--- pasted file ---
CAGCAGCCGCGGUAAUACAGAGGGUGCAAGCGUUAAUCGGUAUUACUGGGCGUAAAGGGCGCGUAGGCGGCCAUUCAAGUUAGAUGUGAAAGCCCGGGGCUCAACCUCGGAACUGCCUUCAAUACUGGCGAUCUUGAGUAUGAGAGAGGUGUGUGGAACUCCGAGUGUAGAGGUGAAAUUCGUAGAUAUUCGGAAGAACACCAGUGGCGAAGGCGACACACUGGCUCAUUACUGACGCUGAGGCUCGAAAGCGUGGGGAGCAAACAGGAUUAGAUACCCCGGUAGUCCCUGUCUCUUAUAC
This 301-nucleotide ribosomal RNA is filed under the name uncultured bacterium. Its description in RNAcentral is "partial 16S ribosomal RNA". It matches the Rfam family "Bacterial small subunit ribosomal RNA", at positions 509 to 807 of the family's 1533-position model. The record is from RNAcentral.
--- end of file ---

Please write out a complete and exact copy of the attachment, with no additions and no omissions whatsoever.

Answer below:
CAGCAGCCGCGGUAAUACAGAGGGUGCAAGCGUUAAUCGGUAUUACUGGGCGUAAAGGGCGCGUAGGCGGCCAUUCAAGUUAGAUGUGAAAGCCCGGGGCUCAACCUCGGAACUGCCUUCAAUACUGGCGAUCUUGAGUAUGAGAGAGGUGUGUGGAACUCCGAGUGUAGAGGUGAAAUUCGUAGAUAUUCGGAAGAACACCAGUGGCGAAGGCGACACACUGGCUCAUUACUGACGCUGAGGCUCGAAAGCGUGGGGAGCAAACAGGAUUAGAUACCCCGGUAGUCCCUGUCUCUUAUAC
This 301-nucleotide ribosomal RNA is filed under the name uncultured bacterium. Its description in RNAcentral is "partial 16S ribosomal RNA". It matches the Rfam family "Bacterial small subunit ribosomal RNA", at positions 509 to 807 of the family's 1533-position model. The record is from RNAcentral.